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Courage, Risk & Punishment


Agile practice professionals are expected to be change agents. When an organization begins its Agile journey, there is almost always some low-hanging fruit available. These are small, safe changes that can provide significant benefits. These early wins are important for establishing confidence in the process.


No matter how much opportunity was available in the beginning, eventually, the easy stuff dries up. Continuing the journey presents two broad options:


  1. Make small, low-impact changes

  2. Make big, disruptive, high-impact changes


Most organizations continue to do both of these, but not in the same number. The organization can only absorb so many big changes. Consensus for big changes should be broad and enthusiastic. Even so, one person must ultimately become the official advocate for the initiative. The advocate is the person who communicates the idea outside the team and wins approval from leadership.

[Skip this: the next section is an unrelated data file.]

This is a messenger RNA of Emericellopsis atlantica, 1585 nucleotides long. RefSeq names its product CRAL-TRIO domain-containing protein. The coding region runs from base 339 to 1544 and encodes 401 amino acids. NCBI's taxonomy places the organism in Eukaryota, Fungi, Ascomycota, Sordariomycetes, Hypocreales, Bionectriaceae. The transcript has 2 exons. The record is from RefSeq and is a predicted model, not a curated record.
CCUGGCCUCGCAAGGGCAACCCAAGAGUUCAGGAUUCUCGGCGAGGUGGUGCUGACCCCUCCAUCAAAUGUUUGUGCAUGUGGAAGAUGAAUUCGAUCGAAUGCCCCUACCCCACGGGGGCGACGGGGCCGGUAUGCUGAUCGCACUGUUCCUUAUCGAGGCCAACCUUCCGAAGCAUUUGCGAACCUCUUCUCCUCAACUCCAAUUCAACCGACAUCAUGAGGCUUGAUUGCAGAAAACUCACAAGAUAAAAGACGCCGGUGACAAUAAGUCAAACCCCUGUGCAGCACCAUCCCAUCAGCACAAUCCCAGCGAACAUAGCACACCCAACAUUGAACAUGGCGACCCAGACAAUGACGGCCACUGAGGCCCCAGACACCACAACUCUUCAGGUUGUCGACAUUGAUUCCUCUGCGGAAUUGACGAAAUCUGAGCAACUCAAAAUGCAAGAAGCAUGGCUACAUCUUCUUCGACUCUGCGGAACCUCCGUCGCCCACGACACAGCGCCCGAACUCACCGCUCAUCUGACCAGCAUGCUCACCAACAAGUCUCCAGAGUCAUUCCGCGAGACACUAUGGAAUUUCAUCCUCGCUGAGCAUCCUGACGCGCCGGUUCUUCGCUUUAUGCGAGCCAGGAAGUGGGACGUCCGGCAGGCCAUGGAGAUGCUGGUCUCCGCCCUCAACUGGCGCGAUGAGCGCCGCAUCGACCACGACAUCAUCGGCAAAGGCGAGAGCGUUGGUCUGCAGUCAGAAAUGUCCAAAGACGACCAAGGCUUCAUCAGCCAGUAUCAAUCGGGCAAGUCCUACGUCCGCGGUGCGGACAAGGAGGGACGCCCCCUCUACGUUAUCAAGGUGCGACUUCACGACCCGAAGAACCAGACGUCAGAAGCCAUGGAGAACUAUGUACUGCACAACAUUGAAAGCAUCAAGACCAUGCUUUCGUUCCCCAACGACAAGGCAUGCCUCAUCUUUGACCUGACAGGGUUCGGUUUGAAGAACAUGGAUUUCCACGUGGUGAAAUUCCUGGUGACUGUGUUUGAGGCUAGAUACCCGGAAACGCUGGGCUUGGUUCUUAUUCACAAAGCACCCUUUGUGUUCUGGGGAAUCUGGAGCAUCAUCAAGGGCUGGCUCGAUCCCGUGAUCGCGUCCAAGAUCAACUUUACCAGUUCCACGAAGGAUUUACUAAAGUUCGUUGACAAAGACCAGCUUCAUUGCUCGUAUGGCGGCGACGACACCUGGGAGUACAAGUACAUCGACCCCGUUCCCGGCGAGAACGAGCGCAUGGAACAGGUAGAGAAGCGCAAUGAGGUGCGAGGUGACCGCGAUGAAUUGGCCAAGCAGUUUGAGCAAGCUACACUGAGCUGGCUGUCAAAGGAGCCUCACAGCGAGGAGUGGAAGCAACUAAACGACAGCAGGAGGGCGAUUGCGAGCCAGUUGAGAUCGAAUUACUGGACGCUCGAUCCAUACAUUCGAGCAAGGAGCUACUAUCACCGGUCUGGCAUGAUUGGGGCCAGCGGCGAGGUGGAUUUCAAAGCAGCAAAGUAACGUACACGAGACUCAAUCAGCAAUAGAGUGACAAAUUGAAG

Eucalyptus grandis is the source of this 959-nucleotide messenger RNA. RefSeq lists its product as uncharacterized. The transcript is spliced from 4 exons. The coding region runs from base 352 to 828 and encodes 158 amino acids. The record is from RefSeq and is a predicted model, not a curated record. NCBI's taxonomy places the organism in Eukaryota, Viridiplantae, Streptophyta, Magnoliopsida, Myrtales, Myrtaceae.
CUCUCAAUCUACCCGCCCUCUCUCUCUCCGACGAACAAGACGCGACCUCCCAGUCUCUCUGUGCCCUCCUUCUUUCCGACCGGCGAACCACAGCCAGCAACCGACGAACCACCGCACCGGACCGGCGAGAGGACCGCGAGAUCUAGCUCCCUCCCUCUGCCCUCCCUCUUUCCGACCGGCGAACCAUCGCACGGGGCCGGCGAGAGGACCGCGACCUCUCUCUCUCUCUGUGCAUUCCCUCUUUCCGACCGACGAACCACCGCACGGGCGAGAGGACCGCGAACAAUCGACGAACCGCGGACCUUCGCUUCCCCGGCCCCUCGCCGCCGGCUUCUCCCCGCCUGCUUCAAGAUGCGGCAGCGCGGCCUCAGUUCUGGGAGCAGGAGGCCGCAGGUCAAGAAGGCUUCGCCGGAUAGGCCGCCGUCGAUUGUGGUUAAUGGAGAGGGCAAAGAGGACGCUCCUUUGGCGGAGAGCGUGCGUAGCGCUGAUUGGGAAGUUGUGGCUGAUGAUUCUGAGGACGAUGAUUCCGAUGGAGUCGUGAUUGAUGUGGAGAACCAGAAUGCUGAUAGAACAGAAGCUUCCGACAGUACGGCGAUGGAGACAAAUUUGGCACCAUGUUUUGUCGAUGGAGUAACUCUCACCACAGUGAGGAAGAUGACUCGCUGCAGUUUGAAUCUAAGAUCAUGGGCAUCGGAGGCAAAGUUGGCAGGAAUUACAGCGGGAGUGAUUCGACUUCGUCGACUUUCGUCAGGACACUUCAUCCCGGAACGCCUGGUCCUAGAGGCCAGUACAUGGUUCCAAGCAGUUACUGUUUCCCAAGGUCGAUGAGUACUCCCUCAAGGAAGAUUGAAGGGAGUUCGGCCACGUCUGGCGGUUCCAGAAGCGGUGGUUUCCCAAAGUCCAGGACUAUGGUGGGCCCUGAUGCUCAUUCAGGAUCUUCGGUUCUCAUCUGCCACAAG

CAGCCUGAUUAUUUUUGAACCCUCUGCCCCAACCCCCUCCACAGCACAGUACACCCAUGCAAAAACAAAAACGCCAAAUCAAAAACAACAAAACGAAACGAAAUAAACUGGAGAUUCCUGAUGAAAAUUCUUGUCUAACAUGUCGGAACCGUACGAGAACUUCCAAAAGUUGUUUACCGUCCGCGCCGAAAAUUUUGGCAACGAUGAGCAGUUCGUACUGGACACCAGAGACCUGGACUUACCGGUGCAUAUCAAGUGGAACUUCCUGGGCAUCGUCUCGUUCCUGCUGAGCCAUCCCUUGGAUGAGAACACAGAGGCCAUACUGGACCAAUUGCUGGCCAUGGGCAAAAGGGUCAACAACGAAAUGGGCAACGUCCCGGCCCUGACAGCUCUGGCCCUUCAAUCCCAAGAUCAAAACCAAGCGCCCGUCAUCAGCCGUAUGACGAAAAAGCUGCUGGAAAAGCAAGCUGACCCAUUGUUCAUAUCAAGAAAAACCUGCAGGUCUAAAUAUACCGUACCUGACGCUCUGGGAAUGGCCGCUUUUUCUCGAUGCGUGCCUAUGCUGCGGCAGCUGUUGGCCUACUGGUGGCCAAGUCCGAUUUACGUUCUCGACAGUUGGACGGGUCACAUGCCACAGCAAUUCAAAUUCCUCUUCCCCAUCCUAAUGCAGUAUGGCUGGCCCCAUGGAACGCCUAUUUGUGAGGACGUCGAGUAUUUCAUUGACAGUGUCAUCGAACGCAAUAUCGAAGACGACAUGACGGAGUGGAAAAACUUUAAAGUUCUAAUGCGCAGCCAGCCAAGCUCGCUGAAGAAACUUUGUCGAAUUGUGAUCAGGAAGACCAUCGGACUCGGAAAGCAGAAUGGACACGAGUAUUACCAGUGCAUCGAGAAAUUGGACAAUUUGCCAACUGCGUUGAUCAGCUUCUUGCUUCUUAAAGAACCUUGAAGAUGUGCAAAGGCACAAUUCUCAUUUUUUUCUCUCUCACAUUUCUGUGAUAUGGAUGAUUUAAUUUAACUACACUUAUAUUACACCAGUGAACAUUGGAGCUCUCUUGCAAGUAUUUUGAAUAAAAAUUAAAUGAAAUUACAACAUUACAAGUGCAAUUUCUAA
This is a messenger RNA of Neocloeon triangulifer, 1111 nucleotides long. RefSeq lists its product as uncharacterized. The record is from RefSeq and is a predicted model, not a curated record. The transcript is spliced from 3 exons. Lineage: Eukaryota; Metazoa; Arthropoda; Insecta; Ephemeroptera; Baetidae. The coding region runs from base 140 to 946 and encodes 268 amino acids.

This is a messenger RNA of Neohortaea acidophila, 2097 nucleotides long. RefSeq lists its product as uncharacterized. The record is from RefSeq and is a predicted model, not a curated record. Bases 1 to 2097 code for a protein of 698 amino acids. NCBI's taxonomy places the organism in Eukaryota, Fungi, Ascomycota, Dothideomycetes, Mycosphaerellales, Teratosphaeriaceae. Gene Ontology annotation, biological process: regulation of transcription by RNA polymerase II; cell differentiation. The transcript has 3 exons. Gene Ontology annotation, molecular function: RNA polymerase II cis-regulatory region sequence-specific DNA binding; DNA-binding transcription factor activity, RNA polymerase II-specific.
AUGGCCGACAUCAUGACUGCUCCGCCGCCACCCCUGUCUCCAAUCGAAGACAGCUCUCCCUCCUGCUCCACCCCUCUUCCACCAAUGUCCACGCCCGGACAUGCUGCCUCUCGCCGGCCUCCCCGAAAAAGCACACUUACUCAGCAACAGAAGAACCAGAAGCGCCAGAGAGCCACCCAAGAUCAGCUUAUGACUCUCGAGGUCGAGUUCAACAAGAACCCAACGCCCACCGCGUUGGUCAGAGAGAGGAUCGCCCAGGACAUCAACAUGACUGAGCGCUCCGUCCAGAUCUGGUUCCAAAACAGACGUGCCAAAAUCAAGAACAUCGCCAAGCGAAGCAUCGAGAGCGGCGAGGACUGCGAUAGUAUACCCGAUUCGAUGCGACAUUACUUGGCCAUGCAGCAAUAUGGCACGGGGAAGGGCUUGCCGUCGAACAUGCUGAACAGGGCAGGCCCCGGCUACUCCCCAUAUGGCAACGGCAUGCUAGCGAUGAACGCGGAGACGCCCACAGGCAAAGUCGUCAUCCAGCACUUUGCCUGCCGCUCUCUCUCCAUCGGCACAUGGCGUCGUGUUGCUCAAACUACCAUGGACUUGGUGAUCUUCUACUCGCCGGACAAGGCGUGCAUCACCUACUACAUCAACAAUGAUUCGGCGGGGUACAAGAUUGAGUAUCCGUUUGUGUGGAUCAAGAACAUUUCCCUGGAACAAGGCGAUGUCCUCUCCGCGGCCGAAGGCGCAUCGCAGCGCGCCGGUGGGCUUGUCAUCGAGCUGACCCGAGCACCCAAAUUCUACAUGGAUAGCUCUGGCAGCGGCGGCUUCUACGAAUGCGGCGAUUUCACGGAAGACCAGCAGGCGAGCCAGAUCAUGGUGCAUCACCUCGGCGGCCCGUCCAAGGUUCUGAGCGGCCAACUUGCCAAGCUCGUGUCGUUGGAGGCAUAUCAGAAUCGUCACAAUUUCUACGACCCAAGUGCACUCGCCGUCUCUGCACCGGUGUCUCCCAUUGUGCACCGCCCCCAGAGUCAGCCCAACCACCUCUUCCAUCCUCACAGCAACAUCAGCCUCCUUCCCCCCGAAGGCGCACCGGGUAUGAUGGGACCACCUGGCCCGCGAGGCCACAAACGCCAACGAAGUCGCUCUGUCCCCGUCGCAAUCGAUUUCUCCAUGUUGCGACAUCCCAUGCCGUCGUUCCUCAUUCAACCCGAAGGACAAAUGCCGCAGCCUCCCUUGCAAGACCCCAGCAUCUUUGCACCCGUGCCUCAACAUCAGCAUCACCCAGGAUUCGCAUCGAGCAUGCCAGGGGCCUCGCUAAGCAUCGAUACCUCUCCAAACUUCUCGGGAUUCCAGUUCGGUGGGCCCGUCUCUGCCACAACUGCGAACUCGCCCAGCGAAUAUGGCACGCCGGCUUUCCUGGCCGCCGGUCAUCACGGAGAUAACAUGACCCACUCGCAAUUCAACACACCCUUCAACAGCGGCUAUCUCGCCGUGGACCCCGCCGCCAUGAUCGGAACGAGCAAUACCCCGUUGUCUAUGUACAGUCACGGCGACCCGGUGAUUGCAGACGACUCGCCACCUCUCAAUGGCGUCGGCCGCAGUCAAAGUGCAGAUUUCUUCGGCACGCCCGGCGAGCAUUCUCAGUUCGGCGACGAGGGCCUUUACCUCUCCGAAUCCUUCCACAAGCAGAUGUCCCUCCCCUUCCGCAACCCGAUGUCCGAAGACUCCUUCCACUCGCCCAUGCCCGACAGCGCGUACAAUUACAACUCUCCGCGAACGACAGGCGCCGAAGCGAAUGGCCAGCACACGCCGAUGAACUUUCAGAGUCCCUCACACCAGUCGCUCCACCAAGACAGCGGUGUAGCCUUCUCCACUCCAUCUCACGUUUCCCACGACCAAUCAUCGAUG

The advocate is also the person who takes on the personal risk of failure. In a command-and-control organization, we call this person the scapegoat. Everyone knows they will take the fall if things go horribly wrong. Some changes may even be more personal. People can change their own behavior under the assumption that it will lead to better outcomes.


Not knowing the outcome of change initiatives means there is an inherent risk of failure. Advocates own the courage for an uncertain future. As it is the job of Agile leaders to advocate for change, they are disproportionately the owners of the risk. Unfortunately, most organizations that start an Agile journey don’t have the maturity to avoid scapegoating when experiments go bad.


The larger the organization, the more entrenched the command-and-control architecture. Fear and intimidation always lurk below the surface


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